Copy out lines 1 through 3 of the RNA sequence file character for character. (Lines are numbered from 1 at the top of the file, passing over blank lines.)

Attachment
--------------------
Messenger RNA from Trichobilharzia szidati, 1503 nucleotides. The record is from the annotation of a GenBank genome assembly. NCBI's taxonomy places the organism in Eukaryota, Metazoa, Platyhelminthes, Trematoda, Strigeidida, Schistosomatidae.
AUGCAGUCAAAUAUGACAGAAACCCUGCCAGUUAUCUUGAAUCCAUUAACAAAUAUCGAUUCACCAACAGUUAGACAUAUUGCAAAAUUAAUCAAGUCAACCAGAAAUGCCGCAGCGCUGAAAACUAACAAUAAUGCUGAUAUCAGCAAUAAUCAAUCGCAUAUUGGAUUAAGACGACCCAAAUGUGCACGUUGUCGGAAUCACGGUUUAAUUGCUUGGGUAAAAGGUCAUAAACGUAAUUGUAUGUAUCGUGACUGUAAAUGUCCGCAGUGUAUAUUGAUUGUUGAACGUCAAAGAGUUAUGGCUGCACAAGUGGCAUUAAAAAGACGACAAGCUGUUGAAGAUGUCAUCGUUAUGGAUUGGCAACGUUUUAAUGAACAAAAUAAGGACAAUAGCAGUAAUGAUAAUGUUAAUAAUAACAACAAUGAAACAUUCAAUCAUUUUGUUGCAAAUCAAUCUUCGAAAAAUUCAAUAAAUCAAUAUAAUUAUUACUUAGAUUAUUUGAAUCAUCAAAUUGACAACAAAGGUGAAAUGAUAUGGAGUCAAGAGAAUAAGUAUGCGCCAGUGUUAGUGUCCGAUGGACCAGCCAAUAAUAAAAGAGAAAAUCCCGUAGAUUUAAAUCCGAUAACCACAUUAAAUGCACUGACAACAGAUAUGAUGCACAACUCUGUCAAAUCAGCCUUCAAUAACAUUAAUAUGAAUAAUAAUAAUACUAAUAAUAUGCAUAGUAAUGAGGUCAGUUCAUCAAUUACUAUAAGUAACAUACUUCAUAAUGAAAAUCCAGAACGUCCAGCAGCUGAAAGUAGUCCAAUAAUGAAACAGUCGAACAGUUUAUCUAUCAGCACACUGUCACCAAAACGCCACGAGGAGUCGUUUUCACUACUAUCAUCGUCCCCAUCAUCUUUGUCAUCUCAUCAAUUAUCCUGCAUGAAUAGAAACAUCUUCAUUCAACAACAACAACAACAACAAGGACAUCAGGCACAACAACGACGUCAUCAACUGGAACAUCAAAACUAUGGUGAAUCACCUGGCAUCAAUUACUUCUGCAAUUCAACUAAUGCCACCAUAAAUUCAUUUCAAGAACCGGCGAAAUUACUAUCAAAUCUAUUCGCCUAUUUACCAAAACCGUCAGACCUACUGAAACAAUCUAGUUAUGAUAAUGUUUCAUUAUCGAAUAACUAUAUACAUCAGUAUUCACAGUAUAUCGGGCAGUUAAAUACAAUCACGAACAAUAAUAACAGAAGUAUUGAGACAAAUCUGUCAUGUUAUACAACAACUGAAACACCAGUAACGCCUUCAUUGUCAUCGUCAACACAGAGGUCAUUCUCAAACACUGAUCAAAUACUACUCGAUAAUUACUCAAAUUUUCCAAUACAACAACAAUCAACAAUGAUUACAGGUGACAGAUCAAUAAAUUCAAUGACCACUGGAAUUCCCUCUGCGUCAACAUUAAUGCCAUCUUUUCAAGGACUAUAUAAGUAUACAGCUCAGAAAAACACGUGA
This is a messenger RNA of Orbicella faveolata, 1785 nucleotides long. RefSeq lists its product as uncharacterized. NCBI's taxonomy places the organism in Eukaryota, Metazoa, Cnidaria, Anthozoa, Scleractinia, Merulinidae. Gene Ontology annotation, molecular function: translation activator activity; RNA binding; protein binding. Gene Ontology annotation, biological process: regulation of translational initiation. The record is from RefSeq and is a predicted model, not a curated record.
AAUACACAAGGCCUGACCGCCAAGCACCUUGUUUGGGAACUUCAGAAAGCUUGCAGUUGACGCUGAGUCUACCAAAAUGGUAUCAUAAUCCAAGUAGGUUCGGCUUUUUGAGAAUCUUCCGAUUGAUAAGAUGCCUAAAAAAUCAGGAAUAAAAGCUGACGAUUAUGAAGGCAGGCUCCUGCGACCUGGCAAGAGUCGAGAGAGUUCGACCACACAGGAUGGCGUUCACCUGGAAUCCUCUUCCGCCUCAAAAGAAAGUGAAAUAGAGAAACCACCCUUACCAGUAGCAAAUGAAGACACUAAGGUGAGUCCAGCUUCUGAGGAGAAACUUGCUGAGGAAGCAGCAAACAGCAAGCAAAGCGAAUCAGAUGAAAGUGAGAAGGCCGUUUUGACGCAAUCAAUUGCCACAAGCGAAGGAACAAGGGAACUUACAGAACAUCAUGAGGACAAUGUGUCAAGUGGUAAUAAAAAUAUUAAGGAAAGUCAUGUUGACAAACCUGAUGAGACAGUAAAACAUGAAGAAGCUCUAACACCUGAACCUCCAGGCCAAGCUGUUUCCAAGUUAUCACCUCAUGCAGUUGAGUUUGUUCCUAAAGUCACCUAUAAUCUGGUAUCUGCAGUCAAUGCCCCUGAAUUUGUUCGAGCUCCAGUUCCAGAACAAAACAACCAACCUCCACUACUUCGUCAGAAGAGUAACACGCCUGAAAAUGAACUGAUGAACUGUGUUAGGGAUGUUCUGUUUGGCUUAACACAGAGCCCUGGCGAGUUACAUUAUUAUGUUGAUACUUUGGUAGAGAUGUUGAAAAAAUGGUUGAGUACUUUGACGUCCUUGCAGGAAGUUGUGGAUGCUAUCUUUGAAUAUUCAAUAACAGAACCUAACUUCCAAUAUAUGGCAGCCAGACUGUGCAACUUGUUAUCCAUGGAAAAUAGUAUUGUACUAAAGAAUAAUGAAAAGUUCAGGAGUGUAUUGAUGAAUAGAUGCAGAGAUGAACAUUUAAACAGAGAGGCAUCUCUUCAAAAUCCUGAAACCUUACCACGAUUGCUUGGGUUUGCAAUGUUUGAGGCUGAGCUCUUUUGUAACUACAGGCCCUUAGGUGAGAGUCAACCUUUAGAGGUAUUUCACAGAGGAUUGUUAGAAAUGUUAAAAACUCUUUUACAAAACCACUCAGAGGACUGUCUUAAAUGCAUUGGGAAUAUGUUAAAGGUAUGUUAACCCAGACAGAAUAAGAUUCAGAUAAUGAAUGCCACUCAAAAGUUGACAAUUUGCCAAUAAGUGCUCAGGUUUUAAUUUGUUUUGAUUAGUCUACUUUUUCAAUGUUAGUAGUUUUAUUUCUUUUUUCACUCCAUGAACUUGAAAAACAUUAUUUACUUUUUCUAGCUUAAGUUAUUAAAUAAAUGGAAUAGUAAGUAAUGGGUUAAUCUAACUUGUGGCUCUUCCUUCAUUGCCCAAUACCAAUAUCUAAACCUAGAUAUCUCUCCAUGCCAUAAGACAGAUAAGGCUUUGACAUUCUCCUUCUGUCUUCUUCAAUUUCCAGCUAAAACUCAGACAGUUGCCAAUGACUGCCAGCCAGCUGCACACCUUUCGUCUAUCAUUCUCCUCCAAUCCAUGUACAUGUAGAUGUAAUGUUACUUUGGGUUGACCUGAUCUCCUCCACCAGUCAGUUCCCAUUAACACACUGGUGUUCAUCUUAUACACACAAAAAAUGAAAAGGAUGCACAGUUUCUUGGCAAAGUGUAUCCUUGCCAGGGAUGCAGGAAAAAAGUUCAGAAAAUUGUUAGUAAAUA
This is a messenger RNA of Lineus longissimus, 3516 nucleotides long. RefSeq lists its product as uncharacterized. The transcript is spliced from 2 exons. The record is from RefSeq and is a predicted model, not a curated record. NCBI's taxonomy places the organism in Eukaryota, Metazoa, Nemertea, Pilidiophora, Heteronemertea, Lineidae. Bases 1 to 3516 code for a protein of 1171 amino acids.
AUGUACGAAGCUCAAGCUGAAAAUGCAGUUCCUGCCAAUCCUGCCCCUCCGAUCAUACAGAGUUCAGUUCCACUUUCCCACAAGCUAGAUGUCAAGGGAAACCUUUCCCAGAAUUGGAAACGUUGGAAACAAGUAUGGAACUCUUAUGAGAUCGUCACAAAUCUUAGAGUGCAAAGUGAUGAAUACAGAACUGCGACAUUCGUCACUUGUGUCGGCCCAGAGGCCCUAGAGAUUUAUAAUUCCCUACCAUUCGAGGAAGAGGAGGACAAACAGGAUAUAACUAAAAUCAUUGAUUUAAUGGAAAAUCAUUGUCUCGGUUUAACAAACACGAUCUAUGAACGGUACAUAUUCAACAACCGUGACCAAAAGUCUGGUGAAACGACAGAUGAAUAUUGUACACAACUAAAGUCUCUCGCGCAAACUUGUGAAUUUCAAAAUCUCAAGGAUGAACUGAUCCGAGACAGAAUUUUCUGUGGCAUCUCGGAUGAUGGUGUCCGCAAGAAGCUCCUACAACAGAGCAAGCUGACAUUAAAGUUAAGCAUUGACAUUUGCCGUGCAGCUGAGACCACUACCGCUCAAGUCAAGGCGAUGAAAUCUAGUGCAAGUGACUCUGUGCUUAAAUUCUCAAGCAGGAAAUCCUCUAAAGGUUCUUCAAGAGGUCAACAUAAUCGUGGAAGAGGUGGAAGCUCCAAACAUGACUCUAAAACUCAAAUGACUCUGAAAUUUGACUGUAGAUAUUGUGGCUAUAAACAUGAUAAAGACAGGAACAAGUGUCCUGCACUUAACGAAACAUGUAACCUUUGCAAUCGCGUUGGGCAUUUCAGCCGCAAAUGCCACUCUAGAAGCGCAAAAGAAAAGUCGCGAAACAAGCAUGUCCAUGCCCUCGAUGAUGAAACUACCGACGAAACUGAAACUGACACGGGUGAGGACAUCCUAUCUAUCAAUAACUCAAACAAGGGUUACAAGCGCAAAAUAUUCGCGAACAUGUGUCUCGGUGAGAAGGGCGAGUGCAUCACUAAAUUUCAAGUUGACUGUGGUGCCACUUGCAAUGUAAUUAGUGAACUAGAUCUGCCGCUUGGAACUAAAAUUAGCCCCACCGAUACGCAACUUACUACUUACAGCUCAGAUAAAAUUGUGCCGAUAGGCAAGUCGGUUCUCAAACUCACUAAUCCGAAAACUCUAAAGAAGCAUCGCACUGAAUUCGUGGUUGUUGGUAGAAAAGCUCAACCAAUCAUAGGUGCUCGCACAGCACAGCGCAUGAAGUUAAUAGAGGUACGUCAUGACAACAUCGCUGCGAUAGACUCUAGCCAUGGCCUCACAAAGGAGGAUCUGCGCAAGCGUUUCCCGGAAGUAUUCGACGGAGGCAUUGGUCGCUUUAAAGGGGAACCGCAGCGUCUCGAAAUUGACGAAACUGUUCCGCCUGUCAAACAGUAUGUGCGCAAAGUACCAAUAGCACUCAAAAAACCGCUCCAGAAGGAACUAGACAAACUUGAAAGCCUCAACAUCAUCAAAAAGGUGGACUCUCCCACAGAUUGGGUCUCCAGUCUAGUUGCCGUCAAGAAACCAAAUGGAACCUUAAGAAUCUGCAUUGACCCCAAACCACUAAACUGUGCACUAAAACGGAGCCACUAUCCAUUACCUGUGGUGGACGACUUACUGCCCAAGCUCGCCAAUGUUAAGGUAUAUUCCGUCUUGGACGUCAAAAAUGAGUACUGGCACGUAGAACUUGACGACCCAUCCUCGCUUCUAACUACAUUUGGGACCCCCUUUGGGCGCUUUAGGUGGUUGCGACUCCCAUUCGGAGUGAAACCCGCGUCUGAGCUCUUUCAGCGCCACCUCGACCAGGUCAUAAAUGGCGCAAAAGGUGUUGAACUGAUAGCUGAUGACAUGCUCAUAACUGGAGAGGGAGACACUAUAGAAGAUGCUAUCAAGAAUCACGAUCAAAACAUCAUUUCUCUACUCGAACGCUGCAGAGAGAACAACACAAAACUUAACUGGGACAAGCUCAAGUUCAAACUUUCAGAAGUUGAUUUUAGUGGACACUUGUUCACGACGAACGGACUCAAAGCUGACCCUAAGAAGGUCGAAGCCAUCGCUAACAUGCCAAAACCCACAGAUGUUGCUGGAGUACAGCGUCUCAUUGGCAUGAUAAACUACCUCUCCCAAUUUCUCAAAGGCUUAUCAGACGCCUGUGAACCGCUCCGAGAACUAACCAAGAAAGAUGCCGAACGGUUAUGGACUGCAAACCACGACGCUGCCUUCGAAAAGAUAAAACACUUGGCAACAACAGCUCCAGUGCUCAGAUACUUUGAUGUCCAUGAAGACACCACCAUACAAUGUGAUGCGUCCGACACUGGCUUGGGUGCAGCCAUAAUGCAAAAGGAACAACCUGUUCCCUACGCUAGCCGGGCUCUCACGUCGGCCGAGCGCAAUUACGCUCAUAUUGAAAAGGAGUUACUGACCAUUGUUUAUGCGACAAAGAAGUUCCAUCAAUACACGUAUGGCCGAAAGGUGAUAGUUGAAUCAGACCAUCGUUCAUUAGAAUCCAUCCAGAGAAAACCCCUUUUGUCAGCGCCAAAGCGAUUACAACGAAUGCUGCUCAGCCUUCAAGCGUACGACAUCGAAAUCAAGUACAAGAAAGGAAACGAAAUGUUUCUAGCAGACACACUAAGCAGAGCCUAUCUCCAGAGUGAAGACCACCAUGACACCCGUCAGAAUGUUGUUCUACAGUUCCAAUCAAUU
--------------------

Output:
Messenger RNA from Trichobilharzia szidati, 1503 nucleotides. The record is from the annotation of a GenBank genome assembly. NCBI's taxonomy places the organism in Eukaryota, Metazoa, Platyhelminthes, Trematoda, Strigeidida, Schistosomatidae.
AUGCAGUCAAAUAUGACAGAAACCCUGCCAGUUAUCUUGAAUCCAUUAACAAAUAUCGAUUCACCAACAGUUAGACAUAUUGCAAAAUUAAUCAAGUCAACCAGAAAUGCCGCAGCGCUGAAAACUAACAAUAAUGCUGAUAUCAGCAAUAAUCAAUCGCAUAUUGGAUUAAGACGACCCAAAUGUGCACGUUGUCGGAAUCACGGUUUAAUUGCUUGGGUAAAAGGUCAUAAACGUAAUUGUAUGUAUCGUGACUGUAAAUGUCCGCAGUGUAUAUUGAUUGUUGAACGUCAAAGAGUUAUGGCUGCACAAGUGGCAUUAAAAAGACGACAAGCUGUUGAAGAUGUCAUCGUUAUGGAUUGGCAACGUUUUAAUGAACAAAAUAAGGACAAUAGCAGUAAUGAUAAUGUUAAUAAUAACAACAAUGAAACAUUCAAUCAUUUUGUUGCAAAUCAAUCUUCGAAAAAUUCAAUAAAUCAAUAUAAUUAUUACUUAGAUUAUUUGAAUCAUCAAAUUGACAACAAAGGUGAAAUGAUAUGGAGUCAAGAGAAUAAGUAUGCGCCAGUGUUAGUGUCCGAUGGACCAGCCAAUAAUAAAAGAGAAAAUCCCGUAGAUUUAAAUCCGAUAACCACAUUAAAUGCACUGACAACAGAUAUGAUGCACAACUCUGUCAAAUCAGCCUUCAAUAACAUUAAUAUGAAUAAUAAUAAUACUAAUAAUAUGCAUAGUAAUGAGGUCAGUUCAUCAAUUACUAUAAGUAACAUACUUCAUAAUGAAAAUCCAGAACGUCCAGCAGCUGAAAGUAGUCCAAUAAUGAAACAGUCGAACAGUUUAUCUAUCAGCACACUGUCACCAAAACGCCACGAGGAGUCGUUUUCACUACUAUCAUCGUCCCCAUCAUCUUUGUCAUCUCAUCAAUUAUCCUGCAUGAAUAGAAACAUCUUCAUUCAACAACAACAACAACAACAAGGACAUCAGGCACAACAACGACGUCAUCAACUGGAACAUCAAAACUAUGGUGAAUCACCUGGCAUCAAUUACUUCUGCAAUUCAACUAAUGCCACCAUAAAUUCAUUUCAAGAACCGGCGAAAUUACUAUCAAAUCUAUUCGCCUAUUUACCAAAACCGUCAGACCUACUGAAACAAUCUAGUUAUGAUAAUGUUUCAUUAUCGAAUAACUAUAUACAUCAGUAUUCACAGUAUAUCGGGCAGUUAAAUACAAUCACGAACAAUAAUAACAGAAGUAUUGAGACAAAUCUGUCAUGUUAUACAACAACUGAAACACCAGUAACGCCUUCAUUGUCAUCGUCAACACAGAGGUCAUUCUCAAACACUGAUCAAAUACUACUCGAUAAUUACUCAAAUUUUCCAAUACAACAACAAUCAACAAUGAUUACAGGUGACAGAUCAAUAAAUUCAAUGACCACUGGAAUUCCCUCUGCGUCAACAUUAAUGCCAUCUUUUCAAGGACUAUAUAAGUAUACAGCUCAGAAAAACACGUGA
This is a messenger RNA of Orbicella faveolata, 1785 nucleotides long. RefSeq lists its product as uncharacterized. NCBI's taxonomy places the organism in Eukaryota, Metazoa, Cnidaria, Anthozoa, Scleractinia, Merulinidae. Gene Ontology annotation, molecular function: translation activator activity; RNA binding; protein binding. Gene Ontology annotation, biological process: regulation of translational initiation. The record is from RefSeq and is a predicted model, not a curated record.